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Guest Blog: 'What do you notice?'

Problem solving consecutive numbers
Guest Blog By Bryn LLewellyn


Back in the day when I was a young primary teacher, I used various apparatus to help children develop a greater understanding of numbers and the number system. Armed with boxes of counters, Diennes, cuisenaire rods, multi-link, multi-bond, number lines and 100 squares, I would create problems to be solved and investigations to be erm, investigated.

 
I can also recall a bygone Numeracy INSET session, whereby the ‘latest greatest mathematics teaching tool’ was revealed...the Counting Stick.
 

I was recently talking to a Head Teacher, who was telling me that he and his staff considered the Tagtiv8 Number kit to be one of their most versatile resources to help deliver the Mathematics National Curriculum. Needless to say, I was delighted to receive such high praise.

The physical part of Tagtiv8’s unique active learning games get the endorphins and adrenaline flowing. Learners are then in better mindset to tackle the various mental challenges and the results often surprise the teachers:

 

 

These mental challenges often incorporate the best question a teacher can ever ask:
“What do you notice?” 
 
Whether the question relates to ordering, composition, patterns and/or missing numbers, this is one of the most perfect open-ended questions you can ask your learners as they reason with their findings.

 

Funnily enough, the question, “What do you notice?” is also the name of one of the most successful games in the Tagtiv8 Maths portfolio.
 

How to play “What do you notice?”

You will need Tags or digi-cards with numbers 1-100.
 
Distribute the numbers 1-10 evenly around the edge of the hall or playing area. 
Alternatively, use ten  mini-whiteboards numbered 1-10.
Option 1
Ask the learners to sort the numbers 11 - 99 by adding the digits of each number together and placing them next to the appropriate external number, 1-10. For example, number 14 (1+4) goes to external number 5, number 36 (3+6) goes to external number 9 on the edge of the playing area.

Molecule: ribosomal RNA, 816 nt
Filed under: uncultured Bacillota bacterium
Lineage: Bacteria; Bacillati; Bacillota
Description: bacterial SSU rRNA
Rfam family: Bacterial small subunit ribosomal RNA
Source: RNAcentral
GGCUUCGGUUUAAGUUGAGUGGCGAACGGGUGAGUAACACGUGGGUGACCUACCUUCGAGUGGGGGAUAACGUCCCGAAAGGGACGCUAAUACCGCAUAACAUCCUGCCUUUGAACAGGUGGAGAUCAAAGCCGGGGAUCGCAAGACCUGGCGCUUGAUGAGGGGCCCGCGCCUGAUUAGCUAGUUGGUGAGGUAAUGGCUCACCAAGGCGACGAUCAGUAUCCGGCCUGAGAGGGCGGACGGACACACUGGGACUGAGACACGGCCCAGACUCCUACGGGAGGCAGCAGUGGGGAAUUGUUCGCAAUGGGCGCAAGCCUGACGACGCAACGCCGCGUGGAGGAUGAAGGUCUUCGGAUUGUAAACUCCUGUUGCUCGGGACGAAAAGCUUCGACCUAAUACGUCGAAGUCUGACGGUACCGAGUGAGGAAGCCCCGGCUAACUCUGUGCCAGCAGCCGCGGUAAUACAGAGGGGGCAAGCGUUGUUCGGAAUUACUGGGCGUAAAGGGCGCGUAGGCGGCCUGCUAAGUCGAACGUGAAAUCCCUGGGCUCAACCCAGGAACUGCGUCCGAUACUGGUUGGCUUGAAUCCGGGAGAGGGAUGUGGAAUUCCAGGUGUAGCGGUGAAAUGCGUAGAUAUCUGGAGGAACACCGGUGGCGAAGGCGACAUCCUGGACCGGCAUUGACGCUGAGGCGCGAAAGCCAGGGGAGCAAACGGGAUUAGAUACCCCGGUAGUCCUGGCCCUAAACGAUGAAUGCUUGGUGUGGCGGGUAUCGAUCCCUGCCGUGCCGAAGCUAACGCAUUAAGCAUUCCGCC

Any numbers (e.g. 59) that do not match the outside numbers need to be left in the middle of the playing area.
 
After the numbers have been placed next to the external numbers, 1-10, ask the learners to sort them, smallest to largest.
When complete, let the learners look at the numbers and ask the them, ‘What do you notice?’  Ask them to explain why this could be.
 
Bring the learners into the middle of the playing area and ask them to order the numbers that are remaining, smallest to largest. 
 
Ask them, ‘What do you notice?’
Option 2
Alternatively, you could sort all the numbers in the way described above, but extend it to the bold numbers below:
29 = 2+9 = 11 = 1+1 = 2;
38 = 3+8 = 11 = 1+1 = 2;
39 = 3+9 = 12 = 1+2 = 3;
49 = 4+9 = 13 = 1+3 = 4  etc.
 
As to the results...they make for interesting discussion:
Option 1
External Numbers
Number 1 (100) - 1 number
Number 2 (11, 20) - 2 numbers
Number 3 (12, 21, 30) - 3 numbers
Number 4 (13, 22, 31, 40) - 4 numbers
Number 5 (14, 23, 32, 41, 50) - 5 numbers
Number 6 (15, 24, 33, 42, 51, 60) - 6 numbers
Number 7 (16, 25, 34, 43, 52, 61, 70) - 7 numbers
Number 8 (17, 26, 35, 44, 53, 62, 71, 80) - 8 numbers
Number 9 (18, 27, 36, 45, 54, 63, 72, 81, 90) - 9 numbers (ALSO 9x Table).
Number 10 (19, 28, 37, 46, 55, 64, 73, 82, 91) - 9 numbers
 
Internal Numbers
Twenties 29 - 1 number
Thirties 38, 39 - 2 numbers
Forties 47, 48, 49 - 3 numbers
Fifties 56, 57, 58, 59 - 4 numbers
Sixties 65, 66, 67, 68, 69 - 5 numbers
Seventies 74, 75, 76, 77, 78, 79 - 6 numbers
Eighties 83, 84, 85, 86, 87, 88, 89 - 7 numbers
Nineties 92, 93, 94, 95, 96, 97, 98, 99 - 8 numbers
 
Option 2
If the second approach is used, the pattern is different:
Number 1 (10, 100) - 2 numbers
Number 2 (11, 20, 29, 38, 47, 56. 65, 74, 83, 92) - 11 numbers
Number 3 (12, 21, 30, 39, 48, 57, 66, 75, 84, 93) - 11 numbers
Number 4 (13, 22, 31, 40, 49, 58, 67, 76, 85, 94) - 11 numbers
Number 5 (14, 23, 32, 41, 50, 59, 68, 77, 86, 95) - 11 numbers
Number 6 (15, 24, 33, 42, 51, 60, 69, 78, 87, 96) - 11 numbers
Number 7 (16, 25, 34, 43, 52, 61, 70, 79, 88, 97) - 11 numbers
Number 8 (17, 26, 35, 44, 53, 62, 71, 80, 89, 98) - 11 numbers
Number 9 (18, 27, 36, 45, 54, 63, 72, 81, 90, 99) - 11 numbers (ALSO 9x Table).
Number 10 (19, 28, 37, 46, 55, 64, 73, 82, 91) - 10 numbers
 
 
Many teachers like the Tagtiv8 number kit because the odd and even numbers are easily differentiated by colour, helping many of  the learners notice patterns more readily.

Bryn Llewellyn is the creator and director of Tagtiv8 Active Learning Games.

For further information, please contact Team Tagtiv8:
Website:@tagtiv8

 

 
 

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Middlesbrough
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